“After that, almost every week, I was being paraded in front of stranger men and women. All that happened with me each such time was a tragic incident. One lady tried to impress us that she was well-educated. Her “kashmiri urdu” was hardly understandable. She asked me my qualification. I said that I had a Master’s in Physics. With a brightened face, she quickly asked, “Are you a teacher?” It was not easy to make her understand that I had done my M.Sc which had nothing to do with “mastery” (teaching). With a face that had lost all brightness, she could not stay without asking, “Don’t you have a job?” I said, “Our father tried to impart the best education to us but his conviction was that women were better meant to be indoors than being a piece of decoration in the market!” However, she was not impressed and left with the remark, “In these hard days, if a woman does not help her husband in making a living, how can a household run?”
“Do you know when exactly did I feel what it means for a girl to be orphaned? When that Doctor’s family visited us and approved of everything but “rejected” me when they came to know that my father had passed away, they said to the middleman that a son-in-law can not get proper “pampering” from a family where either or both the parents have expired. I was wondering how much of the Qura’an had touched them. What would they achieve from reading, “Therefore, treat not the orphan with harshness.” (Dhuha: 9) That day I really felt the pain of having lost the shadow of a beloved father.
“So far, my “marriage application” may have reached a score or more families but there was an utter rejection from every where. I tried to assess what was actually wrong with us? What were we lacking that we had no takers? Why had I become an invalid currency? Three factors came to my mind.
“Firstly, that we belong to a lower caste of the society. Our nobility, our education, our beauty; everything is invalid; because our elders neither were the custodians of any holy shrine, nor were they the clergy of any grand mosque. Bilal (RA) and Abu Bakar (RA) could get equal rights. Salman-i-Farsi (RA) of Persia could get an honourable companionship of the Holy Prophet (SAW). A blind bedwin Abdullah Ibni Ummi Maktoom was to receive more attention compared to the so-called nobles of the Quraish and a complete chapter of the Qura’an was revealed to the Holy Prophet (SAW) pertaining that particular incident. But all this was possible only when Islam was implemented in letter and spirit in every field of life. Now, those who preach this equality, themselves have become such “Mahmoods” where no “Ayaz” can get closer. We had read in the text books that cast-system was prevalent among the Hindus; but in our market, long ago, we have left them behind. It’s impossible for a carpenter’s daughter to become the daughter-in-law of a Syed family or that a “noble’s” daughter becomes the daughter-in-law of a potter’s family; unless it’s a romantic affair that compels two diverse families to pretend unity.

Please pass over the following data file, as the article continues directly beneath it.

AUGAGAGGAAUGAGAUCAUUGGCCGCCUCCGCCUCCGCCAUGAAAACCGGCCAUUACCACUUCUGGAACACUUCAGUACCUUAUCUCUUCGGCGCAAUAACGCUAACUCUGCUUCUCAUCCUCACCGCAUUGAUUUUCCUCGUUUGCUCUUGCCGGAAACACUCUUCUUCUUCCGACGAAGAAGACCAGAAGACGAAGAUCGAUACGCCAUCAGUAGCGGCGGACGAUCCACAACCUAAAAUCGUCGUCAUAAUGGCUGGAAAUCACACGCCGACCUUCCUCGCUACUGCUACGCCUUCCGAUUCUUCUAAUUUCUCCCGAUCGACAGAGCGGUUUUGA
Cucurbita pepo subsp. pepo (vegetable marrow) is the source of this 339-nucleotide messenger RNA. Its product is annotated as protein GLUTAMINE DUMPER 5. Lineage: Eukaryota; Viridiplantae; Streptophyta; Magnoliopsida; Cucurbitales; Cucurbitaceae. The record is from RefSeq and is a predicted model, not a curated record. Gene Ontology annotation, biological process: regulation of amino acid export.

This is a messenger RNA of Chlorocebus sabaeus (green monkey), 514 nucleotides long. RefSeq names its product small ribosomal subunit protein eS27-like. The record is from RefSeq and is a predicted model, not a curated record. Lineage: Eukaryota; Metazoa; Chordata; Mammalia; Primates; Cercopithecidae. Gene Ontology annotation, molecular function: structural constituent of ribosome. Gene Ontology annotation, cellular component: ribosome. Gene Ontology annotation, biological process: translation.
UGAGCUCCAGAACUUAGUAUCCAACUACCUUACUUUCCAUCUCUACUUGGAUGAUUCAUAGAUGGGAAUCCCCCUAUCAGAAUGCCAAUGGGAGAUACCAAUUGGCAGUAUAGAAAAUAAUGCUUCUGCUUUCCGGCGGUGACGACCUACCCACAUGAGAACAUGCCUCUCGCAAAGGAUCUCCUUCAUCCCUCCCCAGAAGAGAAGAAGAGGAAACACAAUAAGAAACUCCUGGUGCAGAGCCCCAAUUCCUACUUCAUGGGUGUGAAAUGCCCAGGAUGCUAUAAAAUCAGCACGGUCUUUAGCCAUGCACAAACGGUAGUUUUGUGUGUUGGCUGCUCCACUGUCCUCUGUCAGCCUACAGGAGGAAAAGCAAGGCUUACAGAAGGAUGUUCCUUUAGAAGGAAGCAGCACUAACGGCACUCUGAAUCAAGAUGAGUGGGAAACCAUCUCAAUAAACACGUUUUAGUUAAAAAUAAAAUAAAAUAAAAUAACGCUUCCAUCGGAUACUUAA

“Secondly, my simplicity was a great hurdle. In this behalf, I tried my level best to compromise to a certain extent. But it was impossible for me to wear a make-up or a dress that was denounced by our Holy Shariah. How on Earth do these people expect us to look like very advanced but behave like five centuries before? Our dress and make-up definitely has to have an impact on our behaviour.
“Thirdly, we did not own such heaps of wealth that could camouflage all our draw backs. We never learnt the art of amassing the wealth. Alas, the knowledge, nobility, simplicity and God-consciousness; that we made our invaluable assets unfortunately have only very few buyers in our society now.
“The final destiny of an untreatable disease is death. I am embracing that death today. The knife that you see embedded in my chest had my hand on it. I own the responsibility. But the instigation was from the society. Will it take its responsibility? I doubt! But in the Day of Judgement, each one of them will certainly be asked that for which sin this innocent girl was slaughtered. I am offering this sacrifice in the hope that no other girl will be kicked off in future only for a sin that’s not her’s.. That she was not born in an upper caste………”
I had yet to read the complete letter of my dearest sister. The cosy room was now full of mourners. In the mayhem some one’s elbow pierced into my ribs and I woke up! My younger brother was besides me, saying, “Bhayya, why are moaning and murmuring so strangely?” I was all soaked in sweat. I quickly went to my sister’s room. In the dim light of a night bulb, I found her prostrating before her Lord. After a long time, when she lifted her head, the prayer rug was garlanded by the glittering pearls that had flown in abundance from her eyes. Quietly I left very satisfied that if she was relegated to being an invalid currency in this society; she very truly was very beloved in the eyes of Allah!